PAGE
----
Disaster Proof Finances

Disaster Proof Finances

This year delivered epic natural disasters galore. Yet many people still haven’t taken a few critical steps to protect their financial lives from such disasters.

Take care of these three essential tasks:

Get more insurance

Most renters don’t have renters insurance, but they need it since their landlord’s policy won’t cover their stuff.

The vast majority of homeowners do have homeowners insurance, but often not enough — especially if their policies haven’t been updated regularly to reflect rising construction costs or improvements. Ask your insurer to rerun the numbers to ensure you have enough coverage to rebuild your home completely.

United Policyholders, an advocacy group for insurance customers, recommends adding as much “extended replacement cost” coverage as you can afford. This add-on boosts the policy’s coverage limits by 20 percent to 100 percent if costs run unexpectedly high, as often happens in disaster zones when rebuilding costs soar.

Other key points:

  • Homeowners insurance typically doesn’t cover floods or earthquakes, so consider buying those policies if your home may be at risk.
  • You want “replacement cost ” coverage for your home’s contents, not “actual cash value,” which will pay only pennies on the dollar to replace your stuff.
  • You may need extra coverage if you have certain valuables, such as jewelry, collectibles, guns or computers and other home office equipment. Policies typically limit coverage to $1,500 to $2,500 for each of these categories.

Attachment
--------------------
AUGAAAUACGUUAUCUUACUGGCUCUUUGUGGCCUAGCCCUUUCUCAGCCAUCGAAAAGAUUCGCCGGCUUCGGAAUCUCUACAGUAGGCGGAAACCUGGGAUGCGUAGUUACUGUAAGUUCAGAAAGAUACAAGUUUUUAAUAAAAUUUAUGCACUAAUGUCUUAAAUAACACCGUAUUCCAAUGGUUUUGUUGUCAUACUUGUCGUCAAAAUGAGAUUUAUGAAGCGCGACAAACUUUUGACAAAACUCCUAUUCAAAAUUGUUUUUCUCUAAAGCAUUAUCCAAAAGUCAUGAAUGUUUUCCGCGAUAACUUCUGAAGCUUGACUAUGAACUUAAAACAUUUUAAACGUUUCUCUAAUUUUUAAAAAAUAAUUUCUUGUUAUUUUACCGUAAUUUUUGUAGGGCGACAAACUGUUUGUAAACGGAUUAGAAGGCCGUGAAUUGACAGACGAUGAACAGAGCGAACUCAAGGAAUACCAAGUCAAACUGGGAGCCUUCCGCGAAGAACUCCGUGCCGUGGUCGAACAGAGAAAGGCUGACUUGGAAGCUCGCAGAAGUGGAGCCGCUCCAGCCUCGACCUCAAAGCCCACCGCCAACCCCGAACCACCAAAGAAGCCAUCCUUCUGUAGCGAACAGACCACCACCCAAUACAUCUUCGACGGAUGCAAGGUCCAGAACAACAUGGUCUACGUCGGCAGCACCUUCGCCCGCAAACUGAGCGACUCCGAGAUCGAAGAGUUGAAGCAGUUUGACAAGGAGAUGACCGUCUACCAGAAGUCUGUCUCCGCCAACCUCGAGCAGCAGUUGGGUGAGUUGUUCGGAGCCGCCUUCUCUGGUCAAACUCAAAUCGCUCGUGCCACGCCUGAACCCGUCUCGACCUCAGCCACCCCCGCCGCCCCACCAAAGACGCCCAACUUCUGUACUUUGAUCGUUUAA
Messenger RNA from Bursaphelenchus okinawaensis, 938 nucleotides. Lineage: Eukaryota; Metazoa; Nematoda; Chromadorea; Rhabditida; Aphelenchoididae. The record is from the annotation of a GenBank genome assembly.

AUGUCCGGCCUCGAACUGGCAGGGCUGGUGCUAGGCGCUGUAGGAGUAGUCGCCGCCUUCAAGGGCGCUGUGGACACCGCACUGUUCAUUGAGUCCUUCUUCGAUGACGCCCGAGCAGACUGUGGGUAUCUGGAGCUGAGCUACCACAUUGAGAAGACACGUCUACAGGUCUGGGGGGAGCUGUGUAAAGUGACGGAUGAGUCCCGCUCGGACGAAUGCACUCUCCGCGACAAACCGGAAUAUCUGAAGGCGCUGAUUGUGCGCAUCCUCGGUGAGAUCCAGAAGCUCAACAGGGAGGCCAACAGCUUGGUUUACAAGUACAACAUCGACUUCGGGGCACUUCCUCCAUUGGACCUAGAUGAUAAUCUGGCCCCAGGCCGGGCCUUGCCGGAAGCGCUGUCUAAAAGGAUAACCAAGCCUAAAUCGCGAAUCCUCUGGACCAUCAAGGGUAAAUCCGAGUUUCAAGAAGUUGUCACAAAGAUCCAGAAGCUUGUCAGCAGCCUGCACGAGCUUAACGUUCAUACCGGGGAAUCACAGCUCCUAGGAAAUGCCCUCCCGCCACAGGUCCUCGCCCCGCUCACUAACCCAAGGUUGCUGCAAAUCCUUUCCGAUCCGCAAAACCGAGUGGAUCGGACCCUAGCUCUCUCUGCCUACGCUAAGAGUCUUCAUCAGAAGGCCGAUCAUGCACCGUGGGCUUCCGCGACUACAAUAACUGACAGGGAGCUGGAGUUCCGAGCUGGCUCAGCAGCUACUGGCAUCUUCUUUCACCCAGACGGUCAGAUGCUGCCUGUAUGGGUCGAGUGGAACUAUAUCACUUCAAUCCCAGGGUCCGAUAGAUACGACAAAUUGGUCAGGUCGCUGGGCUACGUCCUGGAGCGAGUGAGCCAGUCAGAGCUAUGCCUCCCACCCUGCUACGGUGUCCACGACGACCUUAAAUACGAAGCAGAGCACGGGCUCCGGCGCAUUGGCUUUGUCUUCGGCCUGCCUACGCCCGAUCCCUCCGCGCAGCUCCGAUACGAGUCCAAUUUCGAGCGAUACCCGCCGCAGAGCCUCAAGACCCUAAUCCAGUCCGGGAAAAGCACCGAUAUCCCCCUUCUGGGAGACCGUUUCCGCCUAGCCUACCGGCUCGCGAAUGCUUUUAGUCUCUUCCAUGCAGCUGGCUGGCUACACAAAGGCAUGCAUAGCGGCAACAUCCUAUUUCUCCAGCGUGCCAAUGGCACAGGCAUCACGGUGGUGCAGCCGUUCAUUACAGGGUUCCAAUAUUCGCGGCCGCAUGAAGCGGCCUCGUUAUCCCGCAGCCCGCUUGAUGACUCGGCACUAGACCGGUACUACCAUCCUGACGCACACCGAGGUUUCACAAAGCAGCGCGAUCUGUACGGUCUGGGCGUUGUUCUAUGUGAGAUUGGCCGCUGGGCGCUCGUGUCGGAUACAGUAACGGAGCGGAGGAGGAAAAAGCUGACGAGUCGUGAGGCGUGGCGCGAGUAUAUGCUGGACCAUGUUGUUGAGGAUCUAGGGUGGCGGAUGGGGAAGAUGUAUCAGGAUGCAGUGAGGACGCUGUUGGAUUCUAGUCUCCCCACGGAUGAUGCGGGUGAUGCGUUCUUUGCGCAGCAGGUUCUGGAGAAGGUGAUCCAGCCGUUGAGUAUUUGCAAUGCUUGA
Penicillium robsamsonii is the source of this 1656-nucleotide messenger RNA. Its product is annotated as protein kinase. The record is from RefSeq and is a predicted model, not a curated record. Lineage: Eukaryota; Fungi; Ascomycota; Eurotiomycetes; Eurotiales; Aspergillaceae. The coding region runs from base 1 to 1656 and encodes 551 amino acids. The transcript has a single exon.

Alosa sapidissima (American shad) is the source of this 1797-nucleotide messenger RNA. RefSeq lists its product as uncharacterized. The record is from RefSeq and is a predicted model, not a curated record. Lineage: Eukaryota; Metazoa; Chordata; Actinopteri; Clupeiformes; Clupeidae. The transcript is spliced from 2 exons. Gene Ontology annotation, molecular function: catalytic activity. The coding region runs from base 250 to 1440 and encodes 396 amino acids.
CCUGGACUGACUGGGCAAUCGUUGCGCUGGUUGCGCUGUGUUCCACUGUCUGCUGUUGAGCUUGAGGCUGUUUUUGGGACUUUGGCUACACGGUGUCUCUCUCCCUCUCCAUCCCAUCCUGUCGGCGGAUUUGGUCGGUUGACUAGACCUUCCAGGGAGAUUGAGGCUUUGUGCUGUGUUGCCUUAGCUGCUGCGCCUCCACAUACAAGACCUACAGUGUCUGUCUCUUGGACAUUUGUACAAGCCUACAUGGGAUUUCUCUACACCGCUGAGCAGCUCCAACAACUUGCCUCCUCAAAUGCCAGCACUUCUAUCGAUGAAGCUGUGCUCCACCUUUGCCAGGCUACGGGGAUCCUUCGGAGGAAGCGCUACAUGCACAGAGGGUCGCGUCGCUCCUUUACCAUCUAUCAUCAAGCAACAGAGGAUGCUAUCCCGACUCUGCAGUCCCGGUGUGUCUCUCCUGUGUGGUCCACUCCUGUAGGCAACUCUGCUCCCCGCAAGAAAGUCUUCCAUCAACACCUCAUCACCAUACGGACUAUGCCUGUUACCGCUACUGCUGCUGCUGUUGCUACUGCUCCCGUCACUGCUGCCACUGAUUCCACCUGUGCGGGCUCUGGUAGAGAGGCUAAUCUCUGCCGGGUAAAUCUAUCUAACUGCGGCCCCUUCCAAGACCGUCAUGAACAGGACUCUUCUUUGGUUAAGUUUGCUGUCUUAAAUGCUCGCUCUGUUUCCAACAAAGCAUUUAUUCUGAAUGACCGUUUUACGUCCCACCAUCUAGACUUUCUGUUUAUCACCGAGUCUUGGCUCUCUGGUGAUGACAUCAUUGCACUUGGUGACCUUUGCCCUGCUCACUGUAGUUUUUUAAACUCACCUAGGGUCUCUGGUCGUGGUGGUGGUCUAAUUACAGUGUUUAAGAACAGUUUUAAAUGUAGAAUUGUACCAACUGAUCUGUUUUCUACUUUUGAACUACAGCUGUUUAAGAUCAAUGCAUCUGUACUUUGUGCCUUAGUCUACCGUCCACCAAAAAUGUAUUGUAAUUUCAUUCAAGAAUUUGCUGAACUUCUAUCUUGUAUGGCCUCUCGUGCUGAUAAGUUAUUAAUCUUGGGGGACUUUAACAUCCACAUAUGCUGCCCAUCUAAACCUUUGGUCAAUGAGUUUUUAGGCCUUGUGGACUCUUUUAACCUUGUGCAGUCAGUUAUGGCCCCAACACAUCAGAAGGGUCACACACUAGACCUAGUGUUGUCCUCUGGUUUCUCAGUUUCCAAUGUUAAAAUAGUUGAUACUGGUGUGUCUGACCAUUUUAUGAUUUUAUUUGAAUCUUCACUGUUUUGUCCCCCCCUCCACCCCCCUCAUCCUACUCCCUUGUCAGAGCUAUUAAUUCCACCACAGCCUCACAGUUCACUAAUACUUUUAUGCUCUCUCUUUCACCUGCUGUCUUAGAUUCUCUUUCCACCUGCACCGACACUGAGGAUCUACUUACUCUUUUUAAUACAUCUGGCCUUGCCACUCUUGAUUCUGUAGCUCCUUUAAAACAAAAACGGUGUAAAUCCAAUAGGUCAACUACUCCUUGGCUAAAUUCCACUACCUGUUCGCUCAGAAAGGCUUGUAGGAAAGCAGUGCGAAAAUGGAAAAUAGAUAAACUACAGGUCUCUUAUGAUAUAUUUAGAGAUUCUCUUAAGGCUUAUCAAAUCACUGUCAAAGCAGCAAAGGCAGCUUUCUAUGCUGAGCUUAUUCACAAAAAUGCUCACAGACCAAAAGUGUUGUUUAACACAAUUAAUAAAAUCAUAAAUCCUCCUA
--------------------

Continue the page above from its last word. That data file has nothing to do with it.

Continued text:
• Opt for generous “loss of use” or “additional living expenses” coverage, since that will pay your rent and other costs while your home is uninhabitable. United Policyholders recommends having at least two years’ worth of additional living expense coverage.

Save documents to the cloud

You may be away from home or not have time to grab your bug-out bag in your scramble out the door. Keeping documents or copies off-site is one solution, but anything in your safe deposit box or lawyer’s office could be compromised by the same disaster that wrecks your home.

“You don’t want important documents to be at risk of burning up or being destroyed,” says Joe Garza, head of Garza Harris. Services available are DropBox, a file sharing and storage site, for family pictures and Box, a similar site known for its security features, for financial documents. Other cloud services include Microsoft’s OneDrive, Apple’s iCloud and Google Drive.

Disaster survivors say the following documents can be particularly important, according to United Policyholders:

  • Insurance policies
  • Passports and birth certificates
  • Family photos
  • Tax and loan documents
  • Stocks and bonds
  • Wills and trusts
  • Home blueprints or surveys

Get emergency access to your passwords

Security experts recommend using a password manager to securely store unique, hard-to-remember logins for each account while only having to remember one master password. Password managers also can help a trusted person to take over for you if you die or become incapacitated — but that person needs access to the account. Some password managers let you offer emergency access to others. Another option is to keep copies of your passwords, or your master password, with your estate planning documents. Services such as Everplans and Fidelity Investments’ FidSafe offer online storage with secure sharing options.

Finally, make a note on your calendar to do all this again next year so all your important documents are kept up to date. Investing a few hours each year can pay off in an easier recovery if disaster ever strikes, and peace of mind even if it doesn’t.


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